Monday, November 5, 2007
INDIANAPOLIS---The NCAA Honors Committee has named James MacLaren as the 2008 Inspiration Award winner.
Two years ago, MacLaren established a philanthropic organization with a mission of impacting those in need through inspiration, compassion and accessibility, and providing children, adults and families with the tools to help them engage life at every level. He named it Choose Living.
If anyone knows about choosing to live, it is MacLaren. Weeks after graduating from Yale in 1985, MacLaren, a football and lacrosse standout and a theatre studies major, was leaving a rehearsal in New York when his motorcycle was broadsided by a 40,000-pound city bus.
Although initially diagnosed as dead on arrival at the hospital, MacLaren was comatose, but stabilized, after 18 hours of surgery. Doctors also amputated his left leg below the knee.
MacLaren awakened from the coma determined to rehabilitate his body. Eventually, he resumed his athletics pursuits, this time as a tri-athlete.
The Award of Valor and Inspiration Award recipients are selected by the NCAA Honors Committee. Members of the committee are: Gene Corrigan, former Atlantic Coast Conference Commissioner Timothy W. Gleason, (chair) commissioner, Ohio Athletic Conference; Stephanie Harrison-Dyer, compliance coordinator, Albany State University (Georgia), Albany State University (Georgia); Calvin Hill, consultant, Jerry Jones and the NFL ’s Dallas Cowboys; Jackie Joyner-Kersee, former University of California, Los Angeles, track and field student-athlete and Olympian; Gibbs Knotts, faculty athletic representative, Western Carolina University; Julia Powers Ruppert, senior woman administrator and associate commissioner, America East Conference and Barbara Walker, senior associate director of athletics/senior woman administrator, Wake Forest University
“I never entered triathlons to compete. It was just to see what I could do,” MacLaren said.
As it turns out, there was a lot he could do. MacLaren went on to become the amputee world record holder in the Boston, Los Angeles and Hamburg Marathons and in the Ironman competition in Hawaii.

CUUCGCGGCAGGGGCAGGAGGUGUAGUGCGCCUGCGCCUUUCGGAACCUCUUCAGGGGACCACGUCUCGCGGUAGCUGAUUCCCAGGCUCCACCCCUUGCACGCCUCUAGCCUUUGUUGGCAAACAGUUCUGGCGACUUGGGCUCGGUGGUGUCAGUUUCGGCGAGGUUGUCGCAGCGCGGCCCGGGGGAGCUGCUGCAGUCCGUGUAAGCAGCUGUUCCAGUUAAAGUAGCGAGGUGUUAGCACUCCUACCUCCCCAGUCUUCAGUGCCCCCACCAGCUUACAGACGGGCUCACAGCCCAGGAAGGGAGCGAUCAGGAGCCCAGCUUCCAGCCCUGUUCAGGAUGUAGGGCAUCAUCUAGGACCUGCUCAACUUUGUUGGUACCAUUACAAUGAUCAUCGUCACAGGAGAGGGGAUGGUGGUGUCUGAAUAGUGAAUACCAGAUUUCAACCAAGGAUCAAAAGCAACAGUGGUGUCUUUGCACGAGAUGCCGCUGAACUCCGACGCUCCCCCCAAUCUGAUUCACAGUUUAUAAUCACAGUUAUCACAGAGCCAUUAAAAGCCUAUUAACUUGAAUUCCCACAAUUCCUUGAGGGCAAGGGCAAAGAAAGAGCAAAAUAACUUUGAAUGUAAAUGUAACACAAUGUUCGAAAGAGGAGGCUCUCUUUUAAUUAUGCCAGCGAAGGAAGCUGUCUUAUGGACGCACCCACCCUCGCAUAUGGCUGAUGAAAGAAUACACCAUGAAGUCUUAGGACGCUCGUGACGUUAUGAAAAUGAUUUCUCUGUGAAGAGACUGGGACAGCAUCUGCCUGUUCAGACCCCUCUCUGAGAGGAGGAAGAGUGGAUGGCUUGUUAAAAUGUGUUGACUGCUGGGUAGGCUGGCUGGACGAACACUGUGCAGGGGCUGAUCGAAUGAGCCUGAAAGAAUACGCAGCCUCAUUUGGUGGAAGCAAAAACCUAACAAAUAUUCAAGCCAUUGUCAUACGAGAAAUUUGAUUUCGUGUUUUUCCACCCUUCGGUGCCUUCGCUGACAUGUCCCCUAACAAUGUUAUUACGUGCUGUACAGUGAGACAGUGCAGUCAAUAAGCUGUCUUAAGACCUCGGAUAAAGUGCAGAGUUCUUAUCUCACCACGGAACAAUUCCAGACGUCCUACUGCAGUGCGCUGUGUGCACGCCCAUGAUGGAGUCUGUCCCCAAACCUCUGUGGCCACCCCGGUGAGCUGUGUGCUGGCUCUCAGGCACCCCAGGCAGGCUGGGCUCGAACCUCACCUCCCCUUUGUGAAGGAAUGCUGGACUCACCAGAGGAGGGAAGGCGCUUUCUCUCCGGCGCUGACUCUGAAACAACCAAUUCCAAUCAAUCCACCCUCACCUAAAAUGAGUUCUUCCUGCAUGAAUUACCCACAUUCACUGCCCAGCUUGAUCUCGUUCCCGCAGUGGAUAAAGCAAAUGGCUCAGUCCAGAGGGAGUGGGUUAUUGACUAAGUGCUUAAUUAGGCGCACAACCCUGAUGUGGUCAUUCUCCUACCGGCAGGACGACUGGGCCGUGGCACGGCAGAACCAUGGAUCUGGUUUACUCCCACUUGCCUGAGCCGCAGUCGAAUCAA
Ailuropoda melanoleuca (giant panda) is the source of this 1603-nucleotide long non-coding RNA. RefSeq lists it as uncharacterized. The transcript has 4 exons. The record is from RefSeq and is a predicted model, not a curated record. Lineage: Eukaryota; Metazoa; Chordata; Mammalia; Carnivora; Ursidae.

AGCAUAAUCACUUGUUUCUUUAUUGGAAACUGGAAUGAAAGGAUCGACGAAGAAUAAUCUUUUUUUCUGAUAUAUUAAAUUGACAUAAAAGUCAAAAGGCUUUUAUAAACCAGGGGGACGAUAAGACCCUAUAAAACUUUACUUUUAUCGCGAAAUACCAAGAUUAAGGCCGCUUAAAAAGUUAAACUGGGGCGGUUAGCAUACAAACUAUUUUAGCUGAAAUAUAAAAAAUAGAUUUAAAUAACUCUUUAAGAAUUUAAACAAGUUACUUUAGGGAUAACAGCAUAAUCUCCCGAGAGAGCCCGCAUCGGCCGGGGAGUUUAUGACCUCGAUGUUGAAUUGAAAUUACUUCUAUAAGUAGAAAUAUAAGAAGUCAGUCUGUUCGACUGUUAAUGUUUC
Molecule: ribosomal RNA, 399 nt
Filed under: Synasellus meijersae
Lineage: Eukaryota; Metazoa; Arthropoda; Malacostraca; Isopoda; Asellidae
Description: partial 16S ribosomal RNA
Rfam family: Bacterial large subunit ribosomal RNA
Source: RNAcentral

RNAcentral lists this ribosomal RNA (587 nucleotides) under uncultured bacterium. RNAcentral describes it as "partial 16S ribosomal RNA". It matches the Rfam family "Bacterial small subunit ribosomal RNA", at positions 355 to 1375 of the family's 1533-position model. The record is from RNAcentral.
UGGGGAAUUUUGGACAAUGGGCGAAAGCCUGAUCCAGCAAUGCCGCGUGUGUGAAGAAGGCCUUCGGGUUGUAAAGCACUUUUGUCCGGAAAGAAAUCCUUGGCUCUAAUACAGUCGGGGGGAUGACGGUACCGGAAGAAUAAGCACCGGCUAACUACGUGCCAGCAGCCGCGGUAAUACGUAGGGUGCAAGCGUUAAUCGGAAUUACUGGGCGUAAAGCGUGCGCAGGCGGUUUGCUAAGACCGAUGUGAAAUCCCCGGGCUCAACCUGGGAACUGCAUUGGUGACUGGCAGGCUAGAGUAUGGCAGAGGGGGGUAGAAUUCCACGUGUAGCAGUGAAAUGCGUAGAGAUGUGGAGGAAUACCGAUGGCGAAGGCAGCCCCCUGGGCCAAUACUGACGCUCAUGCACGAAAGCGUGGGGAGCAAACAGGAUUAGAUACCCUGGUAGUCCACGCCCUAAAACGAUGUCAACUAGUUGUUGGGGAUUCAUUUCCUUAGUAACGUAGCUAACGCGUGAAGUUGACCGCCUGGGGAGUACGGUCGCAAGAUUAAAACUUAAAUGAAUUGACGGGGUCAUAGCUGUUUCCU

However, MacLaren’s life took another dark turn on June 6, 1993, when he collided with a van two miles into the bike leg of a triathlon in California. The impact hurled him into a signpost and he broke his neck at the C5 vertebrae. The accident left him paralyzed from the neck down and in a wheelchair.
The road to recovery was far tougher this time. But, MacLaren has once again battled back to reclaim some motor function of his limbs even though doctors said he would not regain movement below his neck.
MacLaren currently is a motivational speaker and has started a doctorate in mythology and depth psychology. His foundation, Choose Living, supports multiple organizations including the Challenged Athletes Foundation; Camp Good Days and Special Times, the nation’s largest cancer camp for children; and efforts to assists disabled people in Ghana and around the world.
MacLaren said he’s honored by being named as an NCAA Inspiration Award winner, but he doesn’t feel special.
“I feel like I’m a 44-year-old work in progress,” he said. “Now I get to take all those years of being a competitive athlete and not only be honored with this award, but this award honors me because it stands for more than being an athlete.”
The NCAA Inspiration Award is presented to a current or former coach, administrator or varsity letter-winner who, when confronted with a life-altering situation used perseverance, dedication and determination to overcome the event and now serves as a role model to give hope and inspiration to others in similar situations.
The Award of Valor and the Inspiration Award are not automatically presented on an annual basis.